Therapy changed my entire perspective, allowing me to focus on how I felt as a whole as opposed to overthinking my external appearance. We tend to associate health and happiness with fit, beautiful bodies, sometimes without intending to at all. Even though I know they meant well, the friends and family who had celebrated my previous weight loss had no idea that the my accomplishment was really a facade, one that hid a very sad and broken spirit. Weight loss isn’t always a victorious accomplishment. Often, a person is still suffering emotionally on the inside.
My journey to a healthier body could only truly be actualized by first treating myself with the compassion, kindness, and acceptance I deserved. That said, one thing I simply couldn’t come to peace with was my bra size—an H at my largest. I started to develop major back and shoulder problems because according to my doctor, my breasts were literally too big for my body. I’m only 5’2 for crying out loud! I made the decision to get a breast reduction and it was life-changing. I felt like I could see more of myself, and once I didn’t have to wear three sports bras to do a single jumping jack, working out became far less of a hassle.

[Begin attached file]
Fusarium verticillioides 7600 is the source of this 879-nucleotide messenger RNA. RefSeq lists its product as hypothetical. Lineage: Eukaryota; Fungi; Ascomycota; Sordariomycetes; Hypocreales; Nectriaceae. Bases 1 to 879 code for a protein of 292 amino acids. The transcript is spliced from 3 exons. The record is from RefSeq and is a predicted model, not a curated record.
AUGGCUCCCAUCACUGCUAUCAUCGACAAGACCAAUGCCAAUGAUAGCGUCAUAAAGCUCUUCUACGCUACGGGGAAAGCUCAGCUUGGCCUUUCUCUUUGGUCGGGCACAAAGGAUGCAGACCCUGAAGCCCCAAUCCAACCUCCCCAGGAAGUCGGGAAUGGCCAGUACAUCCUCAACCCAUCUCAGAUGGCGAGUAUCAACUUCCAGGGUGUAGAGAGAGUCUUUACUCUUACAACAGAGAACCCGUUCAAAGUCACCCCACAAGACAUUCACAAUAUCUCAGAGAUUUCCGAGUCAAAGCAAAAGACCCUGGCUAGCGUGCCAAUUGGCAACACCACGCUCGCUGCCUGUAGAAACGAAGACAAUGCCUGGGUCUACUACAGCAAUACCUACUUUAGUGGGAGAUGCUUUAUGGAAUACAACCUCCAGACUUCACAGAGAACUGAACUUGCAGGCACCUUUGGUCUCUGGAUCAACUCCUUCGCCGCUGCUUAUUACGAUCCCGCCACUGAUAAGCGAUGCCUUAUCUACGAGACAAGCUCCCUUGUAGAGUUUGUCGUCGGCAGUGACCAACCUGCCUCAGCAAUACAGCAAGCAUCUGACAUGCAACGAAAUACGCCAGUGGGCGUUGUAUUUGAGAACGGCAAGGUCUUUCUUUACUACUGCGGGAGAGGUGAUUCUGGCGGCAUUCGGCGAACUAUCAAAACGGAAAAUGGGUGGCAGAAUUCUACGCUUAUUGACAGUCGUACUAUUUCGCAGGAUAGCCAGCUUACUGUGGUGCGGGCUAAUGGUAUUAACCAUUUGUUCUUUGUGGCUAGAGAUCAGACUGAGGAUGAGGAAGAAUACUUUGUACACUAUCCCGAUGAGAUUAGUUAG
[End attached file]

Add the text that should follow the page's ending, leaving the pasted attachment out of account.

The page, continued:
Earlier this year, I started documenting my wellness journey and sharing it online. I knew many other women were struggling with feelings of inadequacy associated with weight gain and loss, and I felt compelled to share how focusing on fixing my mental health and outlook, not my appearance, was what helped me through dark times.
Seeing that “grown woman weight” Twitter thread reminded me that, always, my priority is to be well, not thin. Since 2005, I’ve gained about 70 pounds. To some people, that’s not much at all, and to others it’s a significant number. That said, what matters is how I feel about it, and to be honest, I’ve have never felt better about myself in my life. I was proud to contribute my own Before and After images to Tayler Rayne’s thread. My grown woman weight is a sign of survival, a physical representation of my growth and overcoming past hardships. I carry my weight like a badge of honor, not a source of shame, and I’m never looking back.